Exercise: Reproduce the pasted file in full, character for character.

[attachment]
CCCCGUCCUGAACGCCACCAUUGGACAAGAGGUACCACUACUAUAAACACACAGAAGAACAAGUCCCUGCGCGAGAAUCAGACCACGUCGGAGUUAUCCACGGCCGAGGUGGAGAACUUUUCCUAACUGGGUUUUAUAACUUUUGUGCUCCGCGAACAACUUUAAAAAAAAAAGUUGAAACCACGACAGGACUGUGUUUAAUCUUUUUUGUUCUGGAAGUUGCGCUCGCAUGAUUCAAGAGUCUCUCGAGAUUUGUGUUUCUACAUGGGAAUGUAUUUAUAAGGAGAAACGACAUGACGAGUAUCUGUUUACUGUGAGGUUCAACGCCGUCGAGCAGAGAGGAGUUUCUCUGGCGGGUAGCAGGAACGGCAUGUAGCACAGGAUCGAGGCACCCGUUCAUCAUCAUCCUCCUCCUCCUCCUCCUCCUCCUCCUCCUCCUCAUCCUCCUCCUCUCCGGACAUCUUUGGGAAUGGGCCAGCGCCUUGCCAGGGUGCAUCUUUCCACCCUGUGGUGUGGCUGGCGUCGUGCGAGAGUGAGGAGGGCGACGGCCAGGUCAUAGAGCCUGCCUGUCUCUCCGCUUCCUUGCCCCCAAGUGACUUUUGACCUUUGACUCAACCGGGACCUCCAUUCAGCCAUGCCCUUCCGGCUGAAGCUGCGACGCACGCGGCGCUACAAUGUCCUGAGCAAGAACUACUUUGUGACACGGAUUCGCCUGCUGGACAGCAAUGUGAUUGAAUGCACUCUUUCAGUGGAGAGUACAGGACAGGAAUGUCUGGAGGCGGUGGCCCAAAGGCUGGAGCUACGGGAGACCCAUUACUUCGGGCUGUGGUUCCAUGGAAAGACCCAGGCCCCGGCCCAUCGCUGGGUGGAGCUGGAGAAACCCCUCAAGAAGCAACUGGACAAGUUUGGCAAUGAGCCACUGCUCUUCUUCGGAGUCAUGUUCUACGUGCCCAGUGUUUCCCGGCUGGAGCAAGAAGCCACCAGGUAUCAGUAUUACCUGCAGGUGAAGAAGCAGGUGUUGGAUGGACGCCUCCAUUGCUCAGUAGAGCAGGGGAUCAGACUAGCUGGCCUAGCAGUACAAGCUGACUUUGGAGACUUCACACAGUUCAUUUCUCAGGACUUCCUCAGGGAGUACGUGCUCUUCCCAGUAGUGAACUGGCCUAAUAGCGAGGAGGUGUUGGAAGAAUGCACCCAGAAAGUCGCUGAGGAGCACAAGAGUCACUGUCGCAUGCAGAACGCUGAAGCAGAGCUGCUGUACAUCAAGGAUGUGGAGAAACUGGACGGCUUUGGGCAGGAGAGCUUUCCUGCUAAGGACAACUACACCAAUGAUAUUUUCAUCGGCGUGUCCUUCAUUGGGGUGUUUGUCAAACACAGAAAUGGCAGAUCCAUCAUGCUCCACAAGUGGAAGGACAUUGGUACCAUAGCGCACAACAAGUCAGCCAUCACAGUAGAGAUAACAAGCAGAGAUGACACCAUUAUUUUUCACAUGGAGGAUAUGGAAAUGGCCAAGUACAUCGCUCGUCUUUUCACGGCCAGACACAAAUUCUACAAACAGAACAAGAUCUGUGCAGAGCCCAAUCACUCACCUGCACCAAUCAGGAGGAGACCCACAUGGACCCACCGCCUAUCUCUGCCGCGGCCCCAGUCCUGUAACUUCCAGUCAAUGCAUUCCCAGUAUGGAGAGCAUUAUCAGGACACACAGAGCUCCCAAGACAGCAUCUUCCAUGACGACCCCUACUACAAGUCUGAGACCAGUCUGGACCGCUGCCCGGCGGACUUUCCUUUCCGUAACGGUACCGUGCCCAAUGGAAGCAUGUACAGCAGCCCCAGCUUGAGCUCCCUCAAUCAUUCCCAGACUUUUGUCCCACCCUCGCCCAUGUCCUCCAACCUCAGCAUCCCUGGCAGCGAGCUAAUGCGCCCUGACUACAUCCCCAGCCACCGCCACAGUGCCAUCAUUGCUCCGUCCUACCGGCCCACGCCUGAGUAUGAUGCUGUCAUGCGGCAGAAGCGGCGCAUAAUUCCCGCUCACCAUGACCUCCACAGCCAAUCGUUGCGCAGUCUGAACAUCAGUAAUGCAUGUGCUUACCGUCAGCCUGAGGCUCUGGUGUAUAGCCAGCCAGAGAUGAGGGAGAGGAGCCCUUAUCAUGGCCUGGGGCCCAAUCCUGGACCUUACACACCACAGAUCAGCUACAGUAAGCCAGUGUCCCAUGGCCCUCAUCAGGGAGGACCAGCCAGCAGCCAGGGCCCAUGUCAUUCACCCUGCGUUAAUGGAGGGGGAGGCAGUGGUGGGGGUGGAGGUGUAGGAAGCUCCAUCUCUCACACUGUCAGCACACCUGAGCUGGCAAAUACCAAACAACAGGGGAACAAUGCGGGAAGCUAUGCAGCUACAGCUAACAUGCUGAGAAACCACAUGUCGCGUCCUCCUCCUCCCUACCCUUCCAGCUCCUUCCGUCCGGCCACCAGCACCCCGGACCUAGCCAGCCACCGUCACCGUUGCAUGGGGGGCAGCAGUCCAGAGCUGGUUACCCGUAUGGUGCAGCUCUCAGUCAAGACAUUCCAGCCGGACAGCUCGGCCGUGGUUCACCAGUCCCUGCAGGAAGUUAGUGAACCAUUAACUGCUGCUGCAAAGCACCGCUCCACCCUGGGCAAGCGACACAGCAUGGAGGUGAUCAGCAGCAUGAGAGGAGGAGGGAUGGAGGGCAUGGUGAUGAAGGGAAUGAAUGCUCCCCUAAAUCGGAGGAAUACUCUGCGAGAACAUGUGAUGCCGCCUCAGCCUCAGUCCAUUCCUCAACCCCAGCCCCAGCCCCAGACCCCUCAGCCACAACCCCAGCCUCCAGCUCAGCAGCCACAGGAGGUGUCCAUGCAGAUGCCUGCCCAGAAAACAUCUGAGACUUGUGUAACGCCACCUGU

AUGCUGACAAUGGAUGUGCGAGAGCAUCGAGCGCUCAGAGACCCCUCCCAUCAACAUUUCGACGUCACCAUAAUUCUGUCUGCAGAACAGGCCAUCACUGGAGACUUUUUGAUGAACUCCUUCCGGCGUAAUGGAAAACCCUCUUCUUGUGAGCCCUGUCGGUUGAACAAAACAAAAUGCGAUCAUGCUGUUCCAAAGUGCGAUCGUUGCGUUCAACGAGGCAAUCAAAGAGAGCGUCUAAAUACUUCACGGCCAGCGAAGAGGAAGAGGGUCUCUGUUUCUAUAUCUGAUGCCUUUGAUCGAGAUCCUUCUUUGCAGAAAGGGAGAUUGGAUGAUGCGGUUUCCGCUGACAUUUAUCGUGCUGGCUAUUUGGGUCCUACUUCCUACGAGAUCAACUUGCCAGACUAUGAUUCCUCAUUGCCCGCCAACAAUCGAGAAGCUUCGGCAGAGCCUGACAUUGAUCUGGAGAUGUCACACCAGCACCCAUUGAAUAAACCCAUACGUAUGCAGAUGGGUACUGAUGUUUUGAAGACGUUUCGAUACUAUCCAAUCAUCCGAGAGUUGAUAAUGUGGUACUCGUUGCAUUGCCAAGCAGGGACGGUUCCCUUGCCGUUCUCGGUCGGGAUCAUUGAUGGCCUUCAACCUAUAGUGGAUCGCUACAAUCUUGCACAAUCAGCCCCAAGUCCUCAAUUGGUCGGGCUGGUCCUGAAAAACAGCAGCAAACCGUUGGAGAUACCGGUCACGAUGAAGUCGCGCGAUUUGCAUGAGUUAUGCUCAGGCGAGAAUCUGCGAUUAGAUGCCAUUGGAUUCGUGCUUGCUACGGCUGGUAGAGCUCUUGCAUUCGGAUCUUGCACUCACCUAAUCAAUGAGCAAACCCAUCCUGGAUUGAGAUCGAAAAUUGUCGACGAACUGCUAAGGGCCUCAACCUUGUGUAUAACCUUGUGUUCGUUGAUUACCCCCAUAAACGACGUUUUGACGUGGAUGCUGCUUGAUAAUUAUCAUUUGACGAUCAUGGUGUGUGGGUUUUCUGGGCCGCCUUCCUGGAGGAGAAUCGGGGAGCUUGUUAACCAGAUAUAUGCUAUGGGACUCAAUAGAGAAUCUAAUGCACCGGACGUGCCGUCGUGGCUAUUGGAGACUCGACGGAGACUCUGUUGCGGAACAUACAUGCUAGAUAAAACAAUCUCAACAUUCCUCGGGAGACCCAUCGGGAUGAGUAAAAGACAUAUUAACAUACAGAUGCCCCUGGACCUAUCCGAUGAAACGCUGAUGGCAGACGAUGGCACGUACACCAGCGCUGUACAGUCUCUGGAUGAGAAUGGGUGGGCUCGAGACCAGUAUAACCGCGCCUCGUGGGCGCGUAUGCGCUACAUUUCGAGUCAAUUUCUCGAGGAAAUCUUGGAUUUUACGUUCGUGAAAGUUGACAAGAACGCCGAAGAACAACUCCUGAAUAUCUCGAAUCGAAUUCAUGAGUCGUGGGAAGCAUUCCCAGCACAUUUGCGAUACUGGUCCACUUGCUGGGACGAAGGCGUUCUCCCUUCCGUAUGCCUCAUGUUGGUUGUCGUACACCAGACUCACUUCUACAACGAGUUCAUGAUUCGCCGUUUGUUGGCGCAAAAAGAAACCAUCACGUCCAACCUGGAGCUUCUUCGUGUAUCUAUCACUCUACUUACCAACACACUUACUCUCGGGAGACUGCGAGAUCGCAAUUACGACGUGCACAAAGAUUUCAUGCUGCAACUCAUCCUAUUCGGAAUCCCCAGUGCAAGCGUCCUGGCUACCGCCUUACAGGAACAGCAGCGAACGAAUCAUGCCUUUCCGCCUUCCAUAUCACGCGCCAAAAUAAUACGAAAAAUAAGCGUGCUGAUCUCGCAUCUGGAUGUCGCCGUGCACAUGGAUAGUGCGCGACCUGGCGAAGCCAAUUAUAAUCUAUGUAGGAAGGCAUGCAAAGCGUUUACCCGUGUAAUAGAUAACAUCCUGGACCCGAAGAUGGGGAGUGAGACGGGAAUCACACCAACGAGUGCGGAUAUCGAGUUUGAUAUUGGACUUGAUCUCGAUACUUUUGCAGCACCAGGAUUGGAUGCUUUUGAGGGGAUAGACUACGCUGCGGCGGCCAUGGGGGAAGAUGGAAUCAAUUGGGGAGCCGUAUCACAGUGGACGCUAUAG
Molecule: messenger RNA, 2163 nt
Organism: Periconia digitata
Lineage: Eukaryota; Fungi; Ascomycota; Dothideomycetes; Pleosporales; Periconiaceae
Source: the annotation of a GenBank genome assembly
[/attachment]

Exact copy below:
CCCCGUCCUGAACGCCACCAUUGGACAAGAGGUACCACUACUAUAAACACACAGAAGAACAAGUCCCUGCGCGAGAAUCAGACCACGUCGGAGUUAUCCACGGCCGAGGUGGAGAACUUUUCCUAACUGGGUUUUAUAACUUUUGUGCUCCGCGAACAACUUUAAAAAAAAAAGUUGAAACCACGACAGGACUGUGUUUAAUCUUUUUUGUUCUGGAAGUUGCGCUCGCAUGAUUCAAGAGUCUCUCGAGAUUUGUGUUUCUACAUGGGAAUGUAUUUAUAAGGAGAAACGACAUGACGAGUAUCUGUUUACUGUGAGGUUCAACGCCGUCGAGCAGAGAGGAGUUUCUCUGGCGGGUAGCAGGAACGGCAUGUAGCACAGGAUCGAGGCACCCGUUCAUCAUCAUCCUCCUCCUCCUCCUCCUCCUCCUCCUCCUCCUCAUCCUCCUCCUCUCCGGACAUCUUUGGGAAUGGGCCAGCGCCUUGCCAGGGUGCAUCUUUCCACCCUGUGGUGUGGCUGGCGUCGUGCGAGAGUGAGGAGGGCGACGGCCAGGUCAUAGAGCCUGCCUGUCUCUCCGCUUCCUUGCCCCCAAGUGACUUUUGACCUUUGACUCAACCGGGACCUCCAUUCAGCCAUGCCCUUCCGGCUGAAGCUGCGACGCACGCGGCGCUACAAUGUCCUGAGCAAGAACUACUUUGUGACACGGAUUCGCCUGCUGGACAGCAAUGUGAUUGAAUGCACUCUUUCAGUGGAGAGUACAGGACAGGAAUGUCUGGAGGCGGUGGCCCAAAGGCUGGAGCUACGGGAGACCCAUUACUUCGGGCUGUGGUUCCAUGGAAAGACCCAGGCCCCGGCCCAUCGCUGGGUGGAGCUGGAGAAACCCCUCAAGAAGCAACUGGACAAGUUUGGCAAUGAGCCACUGCUCUUCUUCGGAGUCAUGUUCUACGUGCCCAGUGUUUCCCGGCUGGAGCAAGAAGCCACCAGGUAUCAGUAUUACCUGCAGGUGAAGAAGCAGGUGUUGGAUGGACGCCUCCAUUGCUCAGUAGAGCAGGGGAUCAGACUAGCUGGCCUAGCAGUACAAGCUGACUUUGGAGACUUCACACAGUUCAUUUCUCAGGACUUCCUCAGGGAGUACGUGCUCUUCCCAGUAGUGAACUGGCCUAAUAGCGAGGAGGUGUUGGAAGAAUGCACCCAGAAAGUCGCUGAGGAGCACAAGAGUCACUGUCGCAUGCAGAACGCUGAAGCAGAGCUGCUGUACAUCAAGGAUGUGGAGAAACUGGACGGCUUUGGGCAGGAGAGCUUUCCUGCUAAGGACAACUACACCAAUGAUAUUUUCAUCGGCGUGUCCUUCAUUGGGGUGUUUGUCAAACACAGAAAUGGCAGAUCCAUCAUGCUCCACAAGUGGAAGGACAUUGGUACCAUAGCGCACAACAAGUCAGCCAUCACAGUAGAGAUAACAAGCAGAGAUGACACCAUUAUUUUUCACAUGGAGGAUAUGGAAAUGGCCAAGUACAUCGCUCGUCUUUUCACGGCCAGACACAAAUUCUACAAACAGAACAAGAUCUGUGCAGAGCCCAAUCACUCACCUGCACCAAUCAGGAGGAGACCCACAUGGACCCACCGCCUAUCUCUGCCGCGGCCCCAGUCCUGUAACUUCCAGUCAAUGCAUUCCCAGUAUGGAGAGCAUUAUCAGGACACACAGAGCUCCCAAGACAGCAUCUUCCAUGACGACCCCUACUACAAGUCUGAGACCAGUCUGGACCGCUGCCCGGCGGACUUUCCUUUCCGUAACGGUACCGUGCCCAAUGGAAGCAUGUACAGCAGCCCCAGCUUGAGCUCCCUCAAUCAUUCCCAGACUUUUGUCCCACCCUCGCCCAUGUCCUCCAACCUCAGCAUCCCUGGCAGCGAGCUAAUGCGCCCUGACUACAUCCCCAGCCACCGCCACAGUGCCAUCAUUGCUCCGUCCUACCGGCCCACGCCUGAGUAUGAUGCUGUCAUGCGGCAGAAGCGGCGCAUAAUUCCCGCUCACCAUGACCUCCACAGCCAAUCGUUGCGCAGUCUGAACAUCAGUAAUGCAUGUGCUUACCGUCAGCCUGAGGCUCUGGUGUAUAGCCAGCCAGAGAUGAGGGAGAGGAGCCCUUAUCAUGGCCUGGGGCCCAAUCCUGGACCUUACACACCACAGAUCAGCUACAGUAAGCCAGUGUCCCAUGGCCCUCAUCAGGGAGGACCAGCCAGCAGCCAGGGCCCAUGUCAUUCACCCUGCGUUAAUGGAGGGGGAGGCAGUGGUGGGGGUGGAGGUGUAGGAAGCUCCAUCUCUCACACUGUCAGCACACCUGAGCUGGCAAAUACCAAACAACAGGGGAACAAUGCGGGAAGCUAUGCAGCUACAGCUAACAUGCUGAGAAACCACAUGUCGCGUCCUCCUCCUCCCUACCCUUCCAGCUCCUUCCGUCCGGCCACCAGCACCCCGGACCUAGCCAGCCACCGUCACCGUUGCAUGGGGGGCAGCAGUCCAGAGCUGGUUACCCGUAUGGUGCAGCUCUCAGUCAAGACAUUCCAGCCGGACAGCUCGGCCGUGGUUCACCAGUCCCUGCAGGAAGUUAGUGAACCAUUAACUGCUGCUGCAAAGCACCGCUCCACCCUGGGCAAGCGACACAGCAUGGAGGUGAUCAGCAGCAUGAGAGGAGGAGGGAUGGAGGGCAUGGUGAUGAAGGGAAUGAAUGCUCCCCUAAAUCGGAGGAAUACUCUGCGAGAACAUGUGAUGCCGCCUCAGCCUCAGUCCAUUCCUCAACCCCAGCCCCAGCCCCAGACCCCUCAGCCACAACCCCAGCCUCCAGCUCAGCAGCCACAGGAGGUGUCCAUGCAGAUGCCUGCCCAGAAAACAUCUGAGACUUGUGUAACGCCACCUGU

AUGCUGACAAUGGAUGUGCGAGAGCAUCGAGCGCUCAGAGACCCCUCCCAUCAACAUUUCGACGUCACCAUAAUUCUGUCUGCAGAACAGGCCAUCACUGGAGACUUUUUGAUGAACUCCUUCCGGCGUAAUGGAAAACCCUCUUCUUGUGAGCCCUGUCGGUUGAACAAAACAAAAUGCGAUCAUGCUGUUCCAAAGUGCGAUCGUUGCGUUCAACGAGGCAAUCAAAGAGAGCGUCUAAAUACUUCACGGCCAGCGAAGAGGAAGAGGGUCUCUGUUUCUAUAUCUGAUGCCUUUGAUCGAGAUCCUUCUUUGCAGAAAGGGAGAUUGGAUGAUGCGGUUUCCGCUGACAUUUAUCGUGCUGGCUAUUUGGGUCCUACUUCCUACGAGAUCAACUUGCCAGACUAUGAUUCCUCAUUGCCCGCCAACAAUCGAGAAGCUUCGGCAGAGCCUGACAUUGAUCUGGAGAUGUCACACCAGCACCCAUUGAAUAAACCCAUACGUAUGCAGAUGGGUACUGAUGUUUUGAAGACGUUUCGAUACUAUCCAAUCAUCCGAGAGUUGAUAAUGUGGUACUCGUUGCAUUGCCAAGCAGGGACGGUUCCCUUGCCGUUCUCGGUCGGGAUCAUUGAUGGCCUUCAACCUAUAGUGGAUCGCUACAAUCUUGCACAAUCAGCCCCAAGUCCUCAAUUGGUCGGGCUGGUCCUGAAAAACAGCAGCAAACCGUUGGAGAUACCGGUCACGAUGAAGUCGCGCGAUUUGCAUGAGUUAUGCUCAGGCGAGAAUCUGCGAUUAGAUGCCAUUGGAUUCGUGCUUGCUACGGCUGGUAGAGCUCUUGCAUUCGGAUCUUGCACUCACCUAAUCAAUGAGCAAACCCAUCCUGGAUUGAGAUCGAAAAUUGUCGACGAACUGCUAAGGGCCUCAACCUUGUGUAUAACCUUGUGUUCGUUGAUUACCCCCAUAAACGACGUUUUGACGUGGAUGCUGCUUGAUAAUUAUCAUUUGACGAUCAUGGUGUGUGGGUUUUCUGGGCCGCCUUCCUGGAGGAGAAUCGGGGAGCUUGUUAACCAGAUAUAUGCUAUGGGACUCAAUAGAGAAUCUAAUGCACCGGACGUGCCGUCGUGGCUAUUGGAGACUCGACGGAGACUCUGUUGCGGAACAUACAUGCUAGAUAAAACAAUCUCAACAUUCCUCGGGAGACCCAUCGGGAUGAGUAAAAGACAUAUUAACAUACAGAUGCCCCUGGACCUAUCCGAUGAAACGCUGAUGGCAGACGAUGGCACGUACACCAGCGCUGUACAGUCUCUGGAUGAGAAUGGGUGGGCUCGAGACCAGUAUAACCGCGCCUCGUGGGCGCGUAUGCGCUACAUUUCGAGUCAAUUUCUCGAGGAAAUCUUGGAUUUUACGUUCGUGAAAGUUGACAAGAACGCCGAAGAACAACUCCUGAAUAUCUCGAAUCGAAUUCAUGAGUCGUGGGAAGCAUUCCCAGCACAUUUGCGAUACUGGUCCACUUGCUGGGACGAAGGCGUUCUCCCUUCCGUAUGCCUCAUGUUGGUUGUCGUACACCAGACUCACUUCUACAACGAGUUCAUGAUUCGCCGUUUGUUGGCGCAAAAAGAAACCAUCACGUCCAACCUGGAGCUUCUUCGUGUAUCUAUCACUCUACUUACCAACACACUUACUCUCGGGAGACUGCGAGAUCGCAAUUACGACGUGCACAAAGAUUUCAUGCUGCAACUCAUCCUAUUCGGAAUCCCCAGUGCAAGCGUCCUGGCUACCGCCUUACAGGAACAGCAGCGAACGAAUCAUGCCUUUCCGCCUUCCAUAUCACGCGCCAAAAUAAUACGAAAAAUAAGCGUGCUGAUCUCGCAUCUGGAUGUCGCCGUGCACAUGGAUAGUGCGCGACCUGGCGAAGCCAAUUAUAAUCUAUGUAGGAAGGCAUGCAAAGCGUUUACCCGUGUAAUAGAUAACAUCCUGGACCCGAAGAUGGGGAGUGAGACGGGAAUCACACCAACGAGUGCGGAUAUCGAGUUUGAUAUUGGACUUGAUCUCGAUACUUUUGCAGCACCAGGAUUGGAUGCUUUUGAGGGGAUAGACUACGCUGCGGCGGCCAUGGGGGAAGAUGGAAUCAAUUGGGGAGCCGUAUCACAGUGGACGCUAUAG
Molecule: messenger RNA, 2163 nt
Organism: Periconia digitata
Lineage: Eukaryota; Fungi; Ascomycota; Dothideomycetes; Pleosporales; Periconiaceae
Source: the annotation of a GenBank genome assembly